Monday, June 20, 2016

I Know It's Just a Show, BUT...

This week's episode of HBO's Silicon Valley was painfully aggravating. The episode, "Daily Active Users" encapsulated the problem of lots of people signing up for an app, but a very low number of people actually using the app after installing it. In the episode, they paid for focus group testing and discovered that the average person who would use the app didn't understand what it was supposed to do - one person complained that the "download button was missing".

The Pied Piper platform is supposed to be a revolutionary data compression system. The CEO complained they were too far ahead of their time for people to "get" the app.

The real problem is that their little start-up didn't have a UX person on the team. And it was one of those times where I found myself yelling at the TV, because Richard (the CEO) is seriously considering shutting his company down instead of hiring an interface designer (which he should have done in Season 2 of the series) to make the front end something that the non-technical people who are their user base can figure out how to use without hours of lectures about quantum computing and neural networks.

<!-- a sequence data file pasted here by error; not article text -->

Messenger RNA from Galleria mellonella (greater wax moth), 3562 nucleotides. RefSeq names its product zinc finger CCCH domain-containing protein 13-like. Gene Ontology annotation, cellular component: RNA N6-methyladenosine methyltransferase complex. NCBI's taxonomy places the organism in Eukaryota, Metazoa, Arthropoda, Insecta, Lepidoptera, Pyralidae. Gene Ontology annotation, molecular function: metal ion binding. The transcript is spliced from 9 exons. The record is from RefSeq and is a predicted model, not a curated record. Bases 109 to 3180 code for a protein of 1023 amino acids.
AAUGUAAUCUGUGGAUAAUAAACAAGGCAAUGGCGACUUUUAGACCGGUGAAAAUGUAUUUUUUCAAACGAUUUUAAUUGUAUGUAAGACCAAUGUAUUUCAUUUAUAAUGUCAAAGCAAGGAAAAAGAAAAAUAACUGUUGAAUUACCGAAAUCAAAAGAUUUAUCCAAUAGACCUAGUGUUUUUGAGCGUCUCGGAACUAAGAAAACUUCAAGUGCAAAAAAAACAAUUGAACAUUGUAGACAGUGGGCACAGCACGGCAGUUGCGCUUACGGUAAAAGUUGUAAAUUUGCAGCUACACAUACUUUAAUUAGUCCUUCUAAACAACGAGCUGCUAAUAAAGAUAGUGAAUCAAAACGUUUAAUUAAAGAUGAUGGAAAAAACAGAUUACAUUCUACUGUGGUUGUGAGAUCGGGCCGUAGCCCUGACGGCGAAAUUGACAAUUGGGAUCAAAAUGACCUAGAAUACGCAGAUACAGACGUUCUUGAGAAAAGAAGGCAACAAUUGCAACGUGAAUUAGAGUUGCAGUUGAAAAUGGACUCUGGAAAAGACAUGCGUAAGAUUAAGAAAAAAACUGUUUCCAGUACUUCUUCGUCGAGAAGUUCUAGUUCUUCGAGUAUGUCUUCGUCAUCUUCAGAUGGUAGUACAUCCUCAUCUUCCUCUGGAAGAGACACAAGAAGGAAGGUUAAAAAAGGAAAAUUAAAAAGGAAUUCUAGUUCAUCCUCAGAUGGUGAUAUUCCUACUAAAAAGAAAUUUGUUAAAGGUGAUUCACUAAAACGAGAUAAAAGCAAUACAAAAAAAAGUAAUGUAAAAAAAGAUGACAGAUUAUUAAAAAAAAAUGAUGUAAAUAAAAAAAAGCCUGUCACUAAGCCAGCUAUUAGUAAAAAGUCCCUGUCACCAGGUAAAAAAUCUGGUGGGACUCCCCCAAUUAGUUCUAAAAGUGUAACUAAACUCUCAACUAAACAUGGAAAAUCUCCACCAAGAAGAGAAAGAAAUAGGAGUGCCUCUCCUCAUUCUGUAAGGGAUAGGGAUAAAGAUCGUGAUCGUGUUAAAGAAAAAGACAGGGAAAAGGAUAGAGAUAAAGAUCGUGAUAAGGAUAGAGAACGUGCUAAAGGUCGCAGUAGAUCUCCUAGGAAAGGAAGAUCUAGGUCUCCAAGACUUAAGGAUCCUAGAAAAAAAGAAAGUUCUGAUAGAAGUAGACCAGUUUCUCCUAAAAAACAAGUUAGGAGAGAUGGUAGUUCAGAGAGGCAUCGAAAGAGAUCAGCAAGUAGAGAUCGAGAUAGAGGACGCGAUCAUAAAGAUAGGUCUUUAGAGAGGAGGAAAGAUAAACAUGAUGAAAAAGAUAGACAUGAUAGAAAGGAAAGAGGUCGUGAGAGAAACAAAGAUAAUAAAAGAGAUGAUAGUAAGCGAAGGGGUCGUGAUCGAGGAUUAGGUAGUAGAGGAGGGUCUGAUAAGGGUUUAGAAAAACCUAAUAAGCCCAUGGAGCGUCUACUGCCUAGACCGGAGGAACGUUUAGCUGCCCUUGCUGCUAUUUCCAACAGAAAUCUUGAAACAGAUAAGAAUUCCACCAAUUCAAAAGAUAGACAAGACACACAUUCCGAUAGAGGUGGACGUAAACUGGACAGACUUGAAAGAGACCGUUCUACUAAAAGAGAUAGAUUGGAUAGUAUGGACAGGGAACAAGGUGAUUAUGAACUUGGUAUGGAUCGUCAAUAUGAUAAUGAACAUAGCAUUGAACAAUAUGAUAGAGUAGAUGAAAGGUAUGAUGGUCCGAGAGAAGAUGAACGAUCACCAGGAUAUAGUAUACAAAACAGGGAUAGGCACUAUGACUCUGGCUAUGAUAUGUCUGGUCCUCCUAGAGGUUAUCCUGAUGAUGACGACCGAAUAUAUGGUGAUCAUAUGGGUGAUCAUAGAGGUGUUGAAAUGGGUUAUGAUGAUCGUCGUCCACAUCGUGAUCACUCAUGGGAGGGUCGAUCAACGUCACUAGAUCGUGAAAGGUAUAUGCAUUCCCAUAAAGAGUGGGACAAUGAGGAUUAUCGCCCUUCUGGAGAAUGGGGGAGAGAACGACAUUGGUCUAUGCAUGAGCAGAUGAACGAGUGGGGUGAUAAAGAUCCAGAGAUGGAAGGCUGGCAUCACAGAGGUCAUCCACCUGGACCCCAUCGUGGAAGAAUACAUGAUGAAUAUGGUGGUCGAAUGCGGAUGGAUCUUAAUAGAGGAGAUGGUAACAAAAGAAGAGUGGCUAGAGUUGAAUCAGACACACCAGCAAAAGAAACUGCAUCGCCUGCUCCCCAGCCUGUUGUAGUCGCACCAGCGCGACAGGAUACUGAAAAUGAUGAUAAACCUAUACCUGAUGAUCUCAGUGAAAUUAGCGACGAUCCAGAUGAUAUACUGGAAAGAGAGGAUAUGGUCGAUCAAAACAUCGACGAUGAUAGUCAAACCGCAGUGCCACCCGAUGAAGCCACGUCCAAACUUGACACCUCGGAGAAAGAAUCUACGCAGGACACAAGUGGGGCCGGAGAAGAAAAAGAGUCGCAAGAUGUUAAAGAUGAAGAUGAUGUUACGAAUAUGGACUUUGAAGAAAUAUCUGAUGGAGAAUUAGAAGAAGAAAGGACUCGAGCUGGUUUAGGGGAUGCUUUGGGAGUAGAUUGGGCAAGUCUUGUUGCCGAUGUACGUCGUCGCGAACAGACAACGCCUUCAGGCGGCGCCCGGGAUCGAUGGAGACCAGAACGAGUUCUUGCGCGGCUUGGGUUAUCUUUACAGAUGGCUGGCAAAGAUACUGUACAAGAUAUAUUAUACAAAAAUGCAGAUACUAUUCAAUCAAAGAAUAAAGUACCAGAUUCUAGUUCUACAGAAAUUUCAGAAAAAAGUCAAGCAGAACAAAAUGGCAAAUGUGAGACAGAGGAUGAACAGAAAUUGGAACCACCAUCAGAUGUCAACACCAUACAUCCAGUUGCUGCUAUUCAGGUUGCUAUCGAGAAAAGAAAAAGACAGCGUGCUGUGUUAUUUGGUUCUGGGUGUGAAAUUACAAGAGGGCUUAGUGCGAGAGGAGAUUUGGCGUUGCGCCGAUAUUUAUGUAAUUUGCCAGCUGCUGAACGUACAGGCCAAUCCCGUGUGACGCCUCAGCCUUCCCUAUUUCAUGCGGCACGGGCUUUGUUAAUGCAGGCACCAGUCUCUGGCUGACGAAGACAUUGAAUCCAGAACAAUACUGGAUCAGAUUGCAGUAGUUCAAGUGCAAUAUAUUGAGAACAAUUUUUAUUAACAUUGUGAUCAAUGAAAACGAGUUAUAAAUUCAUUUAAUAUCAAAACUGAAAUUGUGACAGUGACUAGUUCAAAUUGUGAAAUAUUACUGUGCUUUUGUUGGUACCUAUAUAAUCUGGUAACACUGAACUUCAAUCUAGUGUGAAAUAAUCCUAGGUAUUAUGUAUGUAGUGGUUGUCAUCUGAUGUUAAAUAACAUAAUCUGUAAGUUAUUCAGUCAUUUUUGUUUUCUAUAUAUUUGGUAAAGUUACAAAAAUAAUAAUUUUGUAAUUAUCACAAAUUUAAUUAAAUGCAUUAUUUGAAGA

If this technology were so advanced, it can still live behind an interface that looks familiar to people, even if it's got actions that aren't necessary for how the back-end works, but makes the users feel more comfortable and familiar with what's going on.

It's not necessary for an average user to understand the algorithm behind the scenes. It's necessary for them to figure out how to use the thing in front of them. The rest can be "magic" unless they're interested in finding out how it works and then diving into the research.

Yeah, I find it really frustrating when TV characters are presented to us as the huge genius intellects and yet they miss some of the most obvious and basic solutions staring them right in the face. Maybe it wouldn't have been so funny or it would be less dramatic. It would have been nice to see someone suggest bringing in a designer - there is actually a lot of humor potential in the designer-developer dynamic; and it would have resulted in a robust product that could be successful in the context of the show.

Maybe they'll bring one in for the next season, and the designer can berate them for not including one at the inception of the company. With hilarious results.

Yes, it's only a show. But this is also a "teachable moment".

Bring in a designer when you are starting project development. It will help increase your "Daily Active User" numbers.

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